58% of ICOs did not reach the soft cap (and 8 tips to avoid it)

ICO failing stats

According to ICORating reports, 58% of ICOs did not reach the softcap.

But reaching the softcap did not guarantee success. Those 420 ICOs that reached the softcap but did not list on an exchange, 52% was inactive after 120 days. But this is another history. This article is about raising enough funds to survive.

Nearly half of all initial coin offerings (ICOs) in 2017 and 2018 failed to raise any funds, while another 40 percent raised more than $1 million each, a new research report claims.

Research and consulting firm GreySpark Partners studied the ICO market across the past several years, finding that as many as 890 token sales did not raise any funds at all.

Data is clear. You have around 50% of not raising enough money during the ICO process so you can continue developing the project.

ICO must have features

So, in order to be one of the successful ICOs you have to do a lot of things correctly:

-Select the right team

With a balance between business experience and developers. All of them should have LinkedIn

-Create an MVP of the product (if needed)

An MVP (Minimum Viable Product) is a sign that your project is a serious one. According to ICOBench stats, 53% of ongoing ICOs has an MVP.

-Design a professional website.

Secure, because standard websites are easy to hack. Fast, because 25% of the visitors will abandon the page if takes more than 4 seconds to load. The website is probably the first thing the investors will see of your project so should provide a good first impression.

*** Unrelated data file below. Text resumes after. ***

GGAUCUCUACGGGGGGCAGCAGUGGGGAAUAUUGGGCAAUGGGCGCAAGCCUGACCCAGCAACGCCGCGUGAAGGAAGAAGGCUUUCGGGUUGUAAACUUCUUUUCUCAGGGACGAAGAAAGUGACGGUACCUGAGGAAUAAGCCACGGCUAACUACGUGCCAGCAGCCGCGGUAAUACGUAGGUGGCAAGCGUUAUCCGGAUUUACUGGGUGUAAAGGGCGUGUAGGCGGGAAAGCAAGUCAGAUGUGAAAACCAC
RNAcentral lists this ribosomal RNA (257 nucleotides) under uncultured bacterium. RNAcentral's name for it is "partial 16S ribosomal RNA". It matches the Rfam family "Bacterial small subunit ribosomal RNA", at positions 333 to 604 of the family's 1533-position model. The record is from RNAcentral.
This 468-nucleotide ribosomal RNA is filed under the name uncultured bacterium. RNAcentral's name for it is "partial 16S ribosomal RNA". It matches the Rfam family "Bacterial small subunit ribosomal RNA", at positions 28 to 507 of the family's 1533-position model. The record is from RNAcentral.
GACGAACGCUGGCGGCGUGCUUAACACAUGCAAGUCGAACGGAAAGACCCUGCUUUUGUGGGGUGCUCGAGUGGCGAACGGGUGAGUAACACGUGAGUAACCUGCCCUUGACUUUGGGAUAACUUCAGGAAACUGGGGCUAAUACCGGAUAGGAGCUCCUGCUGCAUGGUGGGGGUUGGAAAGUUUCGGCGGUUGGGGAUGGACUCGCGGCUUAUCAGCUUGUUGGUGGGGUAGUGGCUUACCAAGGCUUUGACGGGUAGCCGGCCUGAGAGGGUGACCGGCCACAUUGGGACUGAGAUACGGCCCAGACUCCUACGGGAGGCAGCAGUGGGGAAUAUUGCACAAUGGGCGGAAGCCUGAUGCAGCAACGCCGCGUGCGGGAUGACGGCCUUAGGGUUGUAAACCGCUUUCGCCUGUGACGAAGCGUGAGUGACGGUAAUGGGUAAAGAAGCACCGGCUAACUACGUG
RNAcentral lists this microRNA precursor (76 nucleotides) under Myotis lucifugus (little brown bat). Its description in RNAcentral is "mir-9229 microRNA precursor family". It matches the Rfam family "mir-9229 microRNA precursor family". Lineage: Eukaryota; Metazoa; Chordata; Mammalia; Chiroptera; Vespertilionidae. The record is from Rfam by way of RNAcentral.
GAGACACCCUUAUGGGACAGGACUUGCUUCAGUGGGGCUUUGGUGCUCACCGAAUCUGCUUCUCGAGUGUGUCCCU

Run through a KYC/AML process for identity verification of investors.

You have to avoid at all costs that investors could think that your ICO is a scam. KYC/AML is a useful tool to show that you are a serious project. A recent study prepared by ICO advisory firm Statis Group revealed that more than 80 percent of initial coin offerings (ICOs) conducted in 2017 were identified as scams. You don’t want your ICO to be marked as a scam.

-Marketing!!

As a rule of thumb, the marketing budget must be, at least, equal to the development budget. I could not emphasize enough the importance of marketing in an ICO. I have been involved in both, design and technical perspective being developed perfectly but failed to spread out the word to investors.

-A secure coin.

Ethereum is the king by far on creating new crypto coins. Use one based on openzeppelin, which is praised for their security. Being hacked is not an option.

-A 1-4 pages teaser.

Contract a good designer and condense in a few pages al the relevant ICO’s information. This is critical. It has to answer questions like “How the tokens will be used?” or “How will the investors make money?”.

-A solid business model.

Most of the entrepreneurs did not have a clear understanding of how the blockchain integrates into their projects, or that writing on the blockchain has a cost.

As you probably saw, I’m not mentioning the white paper or the video. These two are “nice to have” features, but are not as decisive as you may think. Currently, more than 100 ICOs are open so, do you really think that an investor is going to read 100 white papers, each one with 20 or more pages? Obviously no. The decision to be in the shortlist that worths going deeper have been already taken before reading the white paper.

And the same is valid for the video. Is a good idea to have a video explaining your project on the website, but is not a decisive factor.

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